Masonic Information Center
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A new pamphlet focuses on the truth regarding Freemasonry
and religion. Ordering information.
“Get a life!”
It’s a phrase you hear a lot these days. Usually it’s directed at someone who is spending time worrying about the trivial or too much concerned with the insignificant.
Get A Life!
It’s probably good advice, but it isn’t easy.
Getting a life -- a life which gives the individual room for personal growth and development, which is filled with rich relationships, which benefits others, which helps to make this world better, and which focuses a man’s attention on those outside himself as an expression of his inner growth -- is the work of Masonry.
Getting a life -- a life which extends beyond this world into eternity, which fulfills a divine promise, which is based on the specific theological tenets of faith -- is the concern of religion.
Not that those are mutually exclusive. Religion, for most people, has a this-world claim, too. But, for a good many people, organizations in addition to their religious institution play a vital part in their experience.
Existence And Expectations
Existence itself isn’t too hard for us to accomplish. A minimal amount of food, air, water, shelter, and instinct will do it. That works for everything from bacteria to wolves. But if a man is to have a life, expectations have to be added to existence. We have to have expectations of ourselves and others, and we have to meet the expectations others have of us as well as those we have of ourselves. There are many expectations which turn an existence into a life. A short list might include:
Like Home And School
In some ways, it’s like home and school for a child. Learning overlaps. Long before entering school, the child will have learned to speak. Often he or she will have learned to read. Certainly, the child will have learned survival skills -- looking both ways before crossing a street, not playing with strange dogs, knowing what telephone numbers to call for help.
And the child will have learned values, too. From the way the child sees adults interact, from the way they are treated, from the things the parents consider important, the child will have formed expectations about the way the world works and how they and others should think and act. “Getting a life” begins there.
School is different. It’s a continuation of learning, of course, but with a different thrust and purpose, and with some additional expectations. Children learned language at home, but now their vocabulary expands. They learn the formal rules of the language and how its grammar works. Put in an environment with others, children learn social skills and independence. Their range of ideas enlarges. Ideally, the values learned at home are strengthened. As children learn history, they take pride in their heritage and the sacrifices others have made for them. They learn the tools of research and the value of critical thinking. The enrichment of the child’s life happens here.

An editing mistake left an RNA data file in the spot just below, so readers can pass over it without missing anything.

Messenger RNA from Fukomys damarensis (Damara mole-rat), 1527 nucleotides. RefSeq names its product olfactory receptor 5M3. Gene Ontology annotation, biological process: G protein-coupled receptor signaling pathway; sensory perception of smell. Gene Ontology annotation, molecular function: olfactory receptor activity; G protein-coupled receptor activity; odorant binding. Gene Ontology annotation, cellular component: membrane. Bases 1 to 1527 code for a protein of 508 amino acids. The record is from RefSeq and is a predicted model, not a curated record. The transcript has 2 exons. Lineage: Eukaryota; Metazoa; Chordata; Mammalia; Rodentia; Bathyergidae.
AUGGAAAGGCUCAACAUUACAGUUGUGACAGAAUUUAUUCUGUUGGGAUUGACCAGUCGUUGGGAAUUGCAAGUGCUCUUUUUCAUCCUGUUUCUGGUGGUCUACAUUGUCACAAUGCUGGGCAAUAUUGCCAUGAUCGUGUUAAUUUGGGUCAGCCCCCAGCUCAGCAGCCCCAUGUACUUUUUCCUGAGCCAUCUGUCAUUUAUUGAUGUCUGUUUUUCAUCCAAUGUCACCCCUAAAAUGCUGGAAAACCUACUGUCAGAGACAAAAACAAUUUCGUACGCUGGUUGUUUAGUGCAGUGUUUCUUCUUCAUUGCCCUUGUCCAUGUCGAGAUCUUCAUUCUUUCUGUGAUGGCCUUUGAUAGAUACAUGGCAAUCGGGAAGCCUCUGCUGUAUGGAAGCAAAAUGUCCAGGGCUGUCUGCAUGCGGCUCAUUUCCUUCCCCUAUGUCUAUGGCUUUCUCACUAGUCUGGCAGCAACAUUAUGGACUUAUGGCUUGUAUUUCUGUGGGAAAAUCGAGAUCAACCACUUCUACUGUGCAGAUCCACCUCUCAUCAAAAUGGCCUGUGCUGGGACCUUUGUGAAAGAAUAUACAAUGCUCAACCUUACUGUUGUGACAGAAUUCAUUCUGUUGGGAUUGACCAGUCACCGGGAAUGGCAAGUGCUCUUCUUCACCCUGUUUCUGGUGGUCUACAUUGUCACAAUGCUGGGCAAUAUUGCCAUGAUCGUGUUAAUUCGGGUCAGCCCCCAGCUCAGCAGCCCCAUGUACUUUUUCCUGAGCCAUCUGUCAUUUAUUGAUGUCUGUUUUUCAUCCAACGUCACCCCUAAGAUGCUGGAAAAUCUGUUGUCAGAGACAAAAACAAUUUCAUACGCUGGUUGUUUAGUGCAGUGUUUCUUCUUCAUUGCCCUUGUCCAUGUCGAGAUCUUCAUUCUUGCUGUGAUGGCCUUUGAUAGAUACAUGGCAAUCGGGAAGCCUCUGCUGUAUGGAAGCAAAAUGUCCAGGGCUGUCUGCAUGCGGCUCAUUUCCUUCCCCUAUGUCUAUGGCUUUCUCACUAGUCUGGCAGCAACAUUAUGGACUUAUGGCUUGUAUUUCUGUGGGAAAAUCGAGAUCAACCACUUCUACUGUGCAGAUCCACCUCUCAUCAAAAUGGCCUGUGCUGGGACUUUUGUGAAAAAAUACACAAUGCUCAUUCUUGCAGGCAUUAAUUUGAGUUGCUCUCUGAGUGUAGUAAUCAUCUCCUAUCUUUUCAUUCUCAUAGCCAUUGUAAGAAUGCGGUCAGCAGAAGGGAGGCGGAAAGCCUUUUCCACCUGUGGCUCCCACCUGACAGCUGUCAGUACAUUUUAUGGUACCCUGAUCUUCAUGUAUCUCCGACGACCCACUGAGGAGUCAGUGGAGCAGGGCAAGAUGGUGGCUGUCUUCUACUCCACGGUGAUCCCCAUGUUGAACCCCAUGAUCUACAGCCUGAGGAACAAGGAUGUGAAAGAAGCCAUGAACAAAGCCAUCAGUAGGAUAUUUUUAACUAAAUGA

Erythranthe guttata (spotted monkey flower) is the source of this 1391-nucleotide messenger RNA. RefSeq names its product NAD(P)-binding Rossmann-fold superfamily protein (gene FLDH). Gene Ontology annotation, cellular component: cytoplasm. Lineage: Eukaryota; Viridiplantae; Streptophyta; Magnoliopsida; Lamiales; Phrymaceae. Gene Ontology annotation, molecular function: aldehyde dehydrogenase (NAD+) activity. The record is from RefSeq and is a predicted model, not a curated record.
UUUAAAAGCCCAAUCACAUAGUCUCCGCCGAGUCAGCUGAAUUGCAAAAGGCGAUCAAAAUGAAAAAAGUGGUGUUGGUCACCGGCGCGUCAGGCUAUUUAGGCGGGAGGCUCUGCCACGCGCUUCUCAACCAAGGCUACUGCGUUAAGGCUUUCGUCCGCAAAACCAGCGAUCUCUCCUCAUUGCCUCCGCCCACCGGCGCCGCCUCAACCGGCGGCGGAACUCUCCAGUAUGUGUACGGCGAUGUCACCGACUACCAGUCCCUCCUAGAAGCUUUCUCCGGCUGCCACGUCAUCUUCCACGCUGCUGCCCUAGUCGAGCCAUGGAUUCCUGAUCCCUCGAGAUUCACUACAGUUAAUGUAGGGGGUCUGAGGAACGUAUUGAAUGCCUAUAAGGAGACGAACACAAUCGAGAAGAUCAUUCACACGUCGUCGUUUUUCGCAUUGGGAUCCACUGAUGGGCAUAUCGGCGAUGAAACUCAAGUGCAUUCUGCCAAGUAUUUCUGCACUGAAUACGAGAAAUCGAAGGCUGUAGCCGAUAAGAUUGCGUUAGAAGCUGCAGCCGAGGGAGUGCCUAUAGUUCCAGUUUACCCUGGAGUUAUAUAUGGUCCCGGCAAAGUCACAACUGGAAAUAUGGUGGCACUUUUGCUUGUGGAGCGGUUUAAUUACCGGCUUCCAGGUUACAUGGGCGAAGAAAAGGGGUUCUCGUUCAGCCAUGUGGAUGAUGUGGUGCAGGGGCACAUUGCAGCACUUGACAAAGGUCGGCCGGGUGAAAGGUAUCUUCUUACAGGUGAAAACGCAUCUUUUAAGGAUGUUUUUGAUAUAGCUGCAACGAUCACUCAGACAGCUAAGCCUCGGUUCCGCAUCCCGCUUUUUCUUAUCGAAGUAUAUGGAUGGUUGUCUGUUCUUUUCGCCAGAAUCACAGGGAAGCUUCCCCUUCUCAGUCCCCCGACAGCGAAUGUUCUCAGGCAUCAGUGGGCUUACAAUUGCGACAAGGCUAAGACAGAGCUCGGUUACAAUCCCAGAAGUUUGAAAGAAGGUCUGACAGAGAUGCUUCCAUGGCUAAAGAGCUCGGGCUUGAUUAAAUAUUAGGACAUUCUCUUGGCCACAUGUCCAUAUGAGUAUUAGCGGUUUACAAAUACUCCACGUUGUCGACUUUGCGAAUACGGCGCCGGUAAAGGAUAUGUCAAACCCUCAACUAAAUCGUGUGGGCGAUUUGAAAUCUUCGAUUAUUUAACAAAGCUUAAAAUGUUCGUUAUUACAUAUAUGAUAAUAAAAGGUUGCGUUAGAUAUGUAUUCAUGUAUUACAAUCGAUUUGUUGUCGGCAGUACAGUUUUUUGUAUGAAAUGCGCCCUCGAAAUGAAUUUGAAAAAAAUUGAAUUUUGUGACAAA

And when the system works well, the home is there, too, reinforcing
the things learned in school, providing a background against which that
learning takes place.
The home and school are not in competition. One is not a substitute for the other.
Much the same is true of Masonry and religion. Each has its purpose, each does a different “thing,” but both teach complementary expectations and both teach how to meet these expectations.
What expectations do Masons have of their Fraternity?
Freemasons have many expectations of their individual faiths, but these are entirely personal matters outside the scope of a fraternity. What a man expects of the Masonic fraternity is clear.
It is good to belong to an organization which constantly reminds you of the importance of faith.
The leadership skills learned in Masonry can let a man be of special service to his community of faith -- that’s why so many men have been leaders in both. Those same skills can help a man have a more successful professional life, too.
That’s why Masons get so frustrated when some well-meaning critics or others try to insist that Masonry is some sort of religion. Masons know the obvious differences, and it’s hard to see how someone can overlook them.
He has a point.
Freemasonry is a fraternity -- not a church, not a synagogue, not a temple or mosque, nor some sort of substitute for them, and certainly not a religion. The Master of a Lodge is the President of a Club -- not a Priest, not a Minister, not a Rabbi. Masonry and religion have shared the same world for a long time. After all, our stone-mason forebears used to build the churches and cathedrals. But it’s like the home and the school -- they’re not the same thing, but they support the same things. It is worth taking the time to clarify some of the more common misunderstandings about Freemasonry.